"If it turns into a shootout...."
For one, Philip Rivers is still a dramatically better QB than Derek Carr is. If he plays anywhere near the level he played at against the Green Bay Packers last week, Carr might have a hard time catching up (even against an easier defense).
For two, Philip Rivers' record in San Diego is really good. He's 55-24 as a starter at Qualcomm Stadium, and even his stats are better at home (129 TDs against just 58 INTs). He might be good enough to beat a team like the Raiders by himself at home.
However, the thing that could really doom the Raiders?
We all know two things for sure.
First, the Raiders have a reputation of being one of the most penalized teams in the league every single year.
Second, flags help to determine the outcome of a lot of NFL games.
This is why the Raiders struggle to put up winning seasons!
Now, the bad news for Chargers fans is that Oakland is not the most penalized team in the league this season. Among teams that have played just five games this year, they're the second most penalized team behind the Tampa Bay Bucs! Good job, Raiders (I guess)!
If you're curious, the Chargers are about average for penalties being called on them this year (42 in six games), and they're about average for penalties being called to help them (42 in six games). What's interesting is that the team gets penalized more on the road (24 times) than they do at home (18 times).
If this ends up being a close game, give the advantage to the Chargers (and the refs).
Must. Win. Game.
This game means next to nothing for the Oakland Raiders.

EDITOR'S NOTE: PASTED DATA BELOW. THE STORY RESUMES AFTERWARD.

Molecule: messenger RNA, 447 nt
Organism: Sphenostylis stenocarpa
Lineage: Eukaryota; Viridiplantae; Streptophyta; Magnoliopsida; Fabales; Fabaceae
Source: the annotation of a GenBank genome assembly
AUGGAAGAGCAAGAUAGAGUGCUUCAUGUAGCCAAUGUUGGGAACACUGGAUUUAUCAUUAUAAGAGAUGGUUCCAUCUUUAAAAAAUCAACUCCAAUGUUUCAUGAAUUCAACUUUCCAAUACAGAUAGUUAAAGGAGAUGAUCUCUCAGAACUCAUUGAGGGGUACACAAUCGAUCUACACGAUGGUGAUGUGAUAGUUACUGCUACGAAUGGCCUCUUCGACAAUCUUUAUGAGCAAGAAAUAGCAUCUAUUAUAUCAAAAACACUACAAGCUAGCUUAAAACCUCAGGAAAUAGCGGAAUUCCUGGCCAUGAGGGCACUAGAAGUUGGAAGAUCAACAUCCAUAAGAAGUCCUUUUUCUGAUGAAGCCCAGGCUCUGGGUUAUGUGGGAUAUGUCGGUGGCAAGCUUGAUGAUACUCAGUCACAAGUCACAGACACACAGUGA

Sure, they want to win, and they want to beat a division rival, and winning in southern California would somehow impact their hope to retire and move to the sunny beaches down here in the next year or so, but they don't need to win.
The Chargers need to win. They lost a heartbreaker to the Pittsburgh Steelers and a heartbreaker to the Green Bay Packers in the same week, and their playoff hopes are dangling by a thread. Mike McCoy is crying at press conferences, veterans are calling out the young players on the team, and Chargers Park is generally poisonous these days.
It's only going to get a lot better, with the team taking advantage of a soft-ish schedule and letting everything else fade to the background, or it's going to get a lot worse.
A loss on Sunday probably spells the end for McCoy's time with the Chargers (just a guess). It probably spells the end for Antonio Gates and Eric Weddle in San Diego, not to mention Malcom Floyd, which makes up most of the guys who called out the young guys this week.
This game can change the course of history for this franchise. Unlike the Raiders, who want the win, the Chargers need the win.
That has to count for something, right?